By Jake Rossen
By Jesse Marx
By Michelle LeBow
By Alleen Brown
By Maggie LaMaack
By CP Staff
By Jesse Marx
We sat in eerie silence staring at the messiah-containing monstrance while Charles strummed plaintive chords on his guitar and crooned, "Adoramus te domine, adoramus te domine," over and over again. (Adoramus te domine is Latin for "Get me the hell out of here.")
Then more silence. A girl in front of me began weeping. Through teary eyes, she grappled for a tissue and blew her nose. A kid kneeling in the middle of the room was contorting his face and pursing his lips in an apparent attempt to kiss his own forehead.
After the adoration ceremony finally ended, the collective demeanor of the kids changed entirely. No more talk of sex, drugs, or booze. When Charles led the group in song, the too-cool-for-school guys suddenly came alive and sung along. Some even invented hand gestures to correspond with the lyrics.
That night I went to bed early. I lay on the bottom bunk and tried to fall asleep. But just as I was starting to doze off, the door burst open and the sound of two voices deep in conversation filled the room. It was Tom and Vince, who was freaking out.
"I feel so stressed and unhappy all the time, y'know?" he said. "Sometimes I'll just lie in my bed and stare at the ceiling. I won't even get out of bed."
He went on to tell Tom that he was seeing a therapist. Tom tried to reassure Vince by recounting his own struggles with seasonal affective and bipolar disorders.
Problem was, Vince's troubles didn't stem from a chemical imbalance.
"It all started with my older brother's screensaver," Vince said meekly. "Now it's an addiction! I just—I can't stop. I'll do it every week. And every time, I'd feel so bad afterwards."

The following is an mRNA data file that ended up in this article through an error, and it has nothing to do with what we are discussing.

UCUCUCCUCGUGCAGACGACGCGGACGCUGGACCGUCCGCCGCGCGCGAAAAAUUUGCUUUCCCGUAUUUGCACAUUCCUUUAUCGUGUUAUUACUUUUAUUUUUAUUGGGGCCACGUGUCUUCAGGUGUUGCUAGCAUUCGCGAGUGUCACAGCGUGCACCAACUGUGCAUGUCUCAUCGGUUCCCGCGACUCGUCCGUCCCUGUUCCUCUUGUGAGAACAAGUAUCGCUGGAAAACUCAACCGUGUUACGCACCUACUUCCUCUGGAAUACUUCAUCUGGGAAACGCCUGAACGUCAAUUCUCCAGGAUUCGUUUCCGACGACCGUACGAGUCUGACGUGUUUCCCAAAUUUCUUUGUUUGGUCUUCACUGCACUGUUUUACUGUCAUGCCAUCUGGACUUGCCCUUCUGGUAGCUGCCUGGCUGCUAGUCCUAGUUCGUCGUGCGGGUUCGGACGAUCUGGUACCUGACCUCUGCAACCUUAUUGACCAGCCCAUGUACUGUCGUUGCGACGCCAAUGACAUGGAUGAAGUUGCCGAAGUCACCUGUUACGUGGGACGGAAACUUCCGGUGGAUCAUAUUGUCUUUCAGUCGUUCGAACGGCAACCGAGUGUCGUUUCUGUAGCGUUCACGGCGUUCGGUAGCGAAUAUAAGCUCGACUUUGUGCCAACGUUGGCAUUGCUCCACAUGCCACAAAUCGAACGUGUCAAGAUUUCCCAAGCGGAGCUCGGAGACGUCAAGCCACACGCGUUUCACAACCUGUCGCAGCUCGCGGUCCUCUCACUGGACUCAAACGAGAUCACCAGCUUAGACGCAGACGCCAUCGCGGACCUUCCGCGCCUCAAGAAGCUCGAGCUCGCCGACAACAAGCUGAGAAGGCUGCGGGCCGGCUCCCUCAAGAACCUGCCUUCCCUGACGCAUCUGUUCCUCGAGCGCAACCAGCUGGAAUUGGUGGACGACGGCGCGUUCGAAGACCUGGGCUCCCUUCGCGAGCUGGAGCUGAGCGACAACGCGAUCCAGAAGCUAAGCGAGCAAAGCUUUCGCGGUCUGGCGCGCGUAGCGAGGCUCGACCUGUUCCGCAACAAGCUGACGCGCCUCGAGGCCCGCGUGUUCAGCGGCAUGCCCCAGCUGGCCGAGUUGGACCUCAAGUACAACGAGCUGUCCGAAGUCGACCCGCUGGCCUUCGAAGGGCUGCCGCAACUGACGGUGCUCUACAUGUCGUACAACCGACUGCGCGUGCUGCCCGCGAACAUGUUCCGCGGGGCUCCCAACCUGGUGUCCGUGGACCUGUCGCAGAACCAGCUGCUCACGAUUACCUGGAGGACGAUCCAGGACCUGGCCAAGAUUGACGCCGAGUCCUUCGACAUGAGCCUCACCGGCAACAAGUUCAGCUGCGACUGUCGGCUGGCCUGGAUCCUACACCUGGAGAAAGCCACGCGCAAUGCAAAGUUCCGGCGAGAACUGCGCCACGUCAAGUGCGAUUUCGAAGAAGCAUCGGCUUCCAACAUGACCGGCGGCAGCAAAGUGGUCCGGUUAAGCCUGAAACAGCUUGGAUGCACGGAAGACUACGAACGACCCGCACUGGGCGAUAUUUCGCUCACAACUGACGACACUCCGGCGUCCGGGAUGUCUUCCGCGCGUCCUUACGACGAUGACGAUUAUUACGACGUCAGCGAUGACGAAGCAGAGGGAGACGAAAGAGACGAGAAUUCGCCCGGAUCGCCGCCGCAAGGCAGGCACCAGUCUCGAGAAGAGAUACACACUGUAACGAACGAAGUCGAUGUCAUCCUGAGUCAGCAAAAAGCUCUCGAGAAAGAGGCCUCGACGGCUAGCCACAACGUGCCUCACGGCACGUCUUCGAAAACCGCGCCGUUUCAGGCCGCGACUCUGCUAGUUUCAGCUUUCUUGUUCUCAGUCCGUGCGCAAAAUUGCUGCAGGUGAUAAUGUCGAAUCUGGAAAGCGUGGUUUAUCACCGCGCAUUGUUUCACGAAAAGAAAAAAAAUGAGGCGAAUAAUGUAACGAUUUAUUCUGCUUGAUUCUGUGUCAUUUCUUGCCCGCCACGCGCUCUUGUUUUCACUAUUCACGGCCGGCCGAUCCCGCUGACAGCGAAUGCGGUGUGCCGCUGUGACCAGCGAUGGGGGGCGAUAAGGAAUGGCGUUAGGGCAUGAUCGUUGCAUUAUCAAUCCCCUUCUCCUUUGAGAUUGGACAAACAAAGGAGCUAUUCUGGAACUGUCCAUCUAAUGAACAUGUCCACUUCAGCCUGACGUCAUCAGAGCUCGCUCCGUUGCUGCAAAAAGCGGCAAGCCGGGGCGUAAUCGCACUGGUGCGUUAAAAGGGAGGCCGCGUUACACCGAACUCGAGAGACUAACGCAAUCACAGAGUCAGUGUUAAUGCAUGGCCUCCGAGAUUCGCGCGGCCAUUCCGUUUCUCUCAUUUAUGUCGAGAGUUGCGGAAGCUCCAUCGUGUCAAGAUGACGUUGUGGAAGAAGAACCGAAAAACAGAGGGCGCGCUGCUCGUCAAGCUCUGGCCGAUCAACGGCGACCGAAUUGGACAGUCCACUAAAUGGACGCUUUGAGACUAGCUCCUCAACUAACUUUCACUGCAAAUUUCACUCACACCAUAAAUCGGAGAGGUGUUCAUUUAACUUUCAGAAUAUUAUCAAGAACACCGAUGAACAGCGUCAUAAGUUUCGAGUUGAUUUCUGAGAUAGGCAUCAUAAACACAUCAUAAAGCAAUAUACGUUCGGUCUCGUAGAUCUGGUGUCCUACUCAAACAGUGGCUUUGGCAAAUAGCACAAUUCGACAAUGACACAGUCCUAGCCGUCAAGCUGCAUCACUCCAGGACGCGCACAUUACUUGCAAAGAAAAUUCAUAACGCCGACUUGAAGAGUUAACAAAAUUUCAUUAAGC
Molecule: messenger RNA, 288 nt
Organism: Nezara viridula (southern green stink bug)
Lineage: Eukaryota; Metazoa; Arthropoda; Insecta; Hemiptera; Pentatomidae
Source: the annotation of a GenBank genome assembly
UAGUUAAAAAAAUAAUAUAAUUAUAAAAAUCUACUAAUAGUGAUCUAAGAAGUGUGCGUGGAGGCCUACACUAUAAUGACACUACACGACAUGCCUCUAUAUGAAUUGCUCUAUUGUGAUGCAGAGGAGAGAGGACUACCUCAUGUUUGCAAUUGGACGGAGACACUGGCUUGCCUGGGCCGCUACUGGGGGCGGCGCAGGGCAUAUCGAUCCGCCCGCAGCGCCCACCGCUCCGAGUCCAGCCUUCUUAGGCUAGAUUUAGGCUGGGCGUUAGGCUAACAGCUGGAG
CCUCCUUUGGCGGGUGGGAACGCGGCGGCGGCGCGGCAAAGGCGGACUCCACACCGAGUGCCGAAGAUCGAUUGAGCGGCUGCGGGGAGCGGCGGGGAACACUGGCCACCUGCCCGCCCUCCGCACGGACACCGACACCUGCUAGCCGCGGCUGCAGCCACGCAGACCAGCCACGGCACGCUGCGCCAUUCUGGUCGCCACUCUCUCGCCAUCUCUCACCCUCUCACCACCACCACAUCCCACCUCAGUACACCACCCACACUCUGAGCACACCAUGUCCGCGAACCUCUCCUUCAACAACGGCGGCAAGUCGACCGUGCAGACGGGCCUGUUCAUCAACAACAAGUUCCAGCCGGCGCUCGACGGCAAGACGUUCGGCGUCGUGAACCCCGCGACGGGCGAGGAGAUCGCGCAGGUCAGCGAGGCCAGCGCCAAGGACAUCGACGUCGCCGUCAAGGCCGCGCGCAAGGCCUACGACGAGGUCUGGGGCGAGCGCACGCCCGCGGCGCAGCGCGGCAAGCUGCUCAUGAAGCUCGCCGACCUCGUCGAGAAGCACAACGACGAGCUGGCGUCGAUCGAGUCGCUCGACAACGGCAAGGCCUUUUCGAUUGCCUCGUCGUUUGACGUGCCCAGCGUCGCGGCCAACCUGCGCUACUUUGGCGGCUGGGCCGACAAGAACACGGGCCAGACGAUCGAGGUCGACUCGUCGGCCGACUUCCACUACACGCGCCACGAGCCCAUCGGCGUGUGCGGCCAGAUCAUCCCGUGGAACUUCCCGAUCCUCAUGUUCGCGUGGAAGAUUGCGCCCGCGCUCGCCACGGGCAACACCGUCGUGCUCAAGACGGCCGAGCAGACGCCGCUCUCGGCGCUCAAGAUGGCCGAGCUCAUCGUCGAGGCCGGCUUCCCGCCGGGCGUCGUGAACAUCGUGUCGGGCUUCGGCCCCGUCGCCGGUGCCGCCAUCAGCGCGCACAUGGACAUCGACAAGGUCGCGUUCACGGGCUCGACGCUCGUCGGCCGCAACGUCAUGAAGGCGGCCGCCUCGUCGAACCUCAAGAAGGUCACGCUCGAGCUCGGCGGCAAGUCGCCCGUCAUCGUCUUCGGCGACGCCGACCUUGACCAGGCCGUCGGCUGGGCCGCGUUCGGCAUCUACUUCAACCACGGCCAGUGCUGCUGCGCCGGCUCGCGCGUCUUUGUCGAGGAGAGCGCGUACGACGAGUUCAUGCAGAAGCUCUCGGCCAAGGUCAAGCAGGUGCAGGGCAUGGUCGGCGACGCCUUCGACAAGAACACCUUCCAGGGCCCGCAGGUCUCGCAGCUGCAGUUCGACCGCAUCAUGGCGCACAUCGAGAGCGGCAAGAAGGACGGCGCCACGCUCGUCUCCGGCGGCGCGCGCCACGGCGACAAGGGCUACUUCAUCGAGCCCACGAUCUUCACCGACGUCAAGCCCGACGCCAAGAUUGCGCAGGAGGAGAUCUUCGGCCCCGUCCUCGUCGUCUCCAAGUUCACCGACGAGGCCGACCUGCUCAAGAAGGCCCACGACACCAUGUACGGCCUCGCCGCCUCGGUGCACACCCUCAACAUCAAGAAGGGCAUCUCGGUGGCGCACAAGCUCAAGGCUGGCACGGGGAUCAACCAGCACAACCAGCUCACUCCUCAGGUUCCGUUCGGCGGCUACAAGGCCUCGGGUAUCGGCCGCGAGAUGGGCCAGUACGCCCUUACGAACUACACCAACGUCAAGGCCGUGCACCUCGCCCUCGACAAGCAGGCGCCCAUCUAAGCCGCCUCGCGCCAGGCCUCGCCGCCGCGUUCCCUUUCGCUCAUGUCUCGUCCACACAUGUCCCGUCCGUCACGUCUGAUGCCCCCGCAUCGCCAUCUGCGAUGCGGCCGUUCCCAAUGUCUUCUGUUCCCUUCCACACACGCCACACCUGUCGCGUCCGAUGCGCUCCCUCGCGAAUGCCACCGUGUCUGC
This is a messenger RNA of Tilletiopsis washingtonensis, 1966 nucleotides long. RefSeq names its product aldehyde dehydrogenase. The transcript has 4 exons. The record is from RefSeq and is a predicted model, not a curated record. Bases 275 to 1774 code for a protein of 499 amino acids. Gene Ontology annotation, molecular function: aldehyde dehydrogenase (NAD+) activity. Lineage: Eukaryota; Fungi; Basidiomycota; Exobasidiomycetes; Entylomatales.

Before long, a 22-year-old group leader sporting a sandy blond faux hawk walked in and joined the discussion. After listening to Vince's pleas for advice, he explained to Vince that a lot of guys deal with that same problem. That he would pray for him. That the best remedy was to attend confession. And don't forget to show up for mass every week.
"THE WORLD WE LIVE IN doesn't belong to Christ," Jenny, a TEC leader, told the room on the final day, "Go Day." "You have to choose between God and the world. You're going to be faced with people who criticize the church, people who will say it's all lies. You have to stand up to them!"
A few kids scribbled notes in their journals. Others just stared solemnly ahead. Robert, a looming TEC counselor in his early 20s, lumbered to the podium to relay the next set of instructions.
"You're all going to go into separate rooms with your groups for what we call the 'Affirmation Session,'" he boomed. "You'll be leaving and going back into the 'real world' today. We want to build you up before society tears you down."
Our fearless group leader Charles led us into a vacant dorm room. The six of us—me, Charles, Tom, Red, and the Harry Potter twins—sat in a circle on the floor. In the middle lay a crucifix.
"Okay, guys, we're going to take turns going around the circle pointing out the positive qualities of each other," Charles said softly. "Try to focus on personality traits and avoid pointing out superficial things like clothes and appearances."
Fifteen minutes of awkwardness ensued. It was difficult to conjure detailed appraisals of one another's souls—after all, we had only known each other for three days and the brothers Potter had refused to talk. Everyone seemed perfectly agreeable, to be sure, but for all I knew, they could've been juvenile delinquents or even Lutherans.
Next, we took turns kneeling in the circle, while the rest of the group placed their hands on our shoulders and prayed for us. The whole ordeal was carried out with utmost sincerity and reverence, so I hesitate to disparage it. But I will say this: It was weird. It was definitely weird.
With that came one more meal (leftover casserole, pizza, and soup), a couple more Jesus chats, and one more Mass thrown in for good measure. Then it was time to go.
Before we went our separate ways, I joined Tom for one last cigarette break. As we stepped out into the arctic February air, I asked him what his overall impression was of the weekend.
"To be honest, I'm not sure who to believe," he said as he glanced back through the glass doors. "I never have been. Being raised in a strict Catholic home and going to a strict Catholic school were kind of what screwed me up in the first place."
Tom took a drag from his cigarette and lowered his eyes to study the tops of his Nikes. He looked up and said, "But I think this weekend helped me to get a fresh start. I think I've found my spiritual center."
He stamped out his cigarette and walked back inside.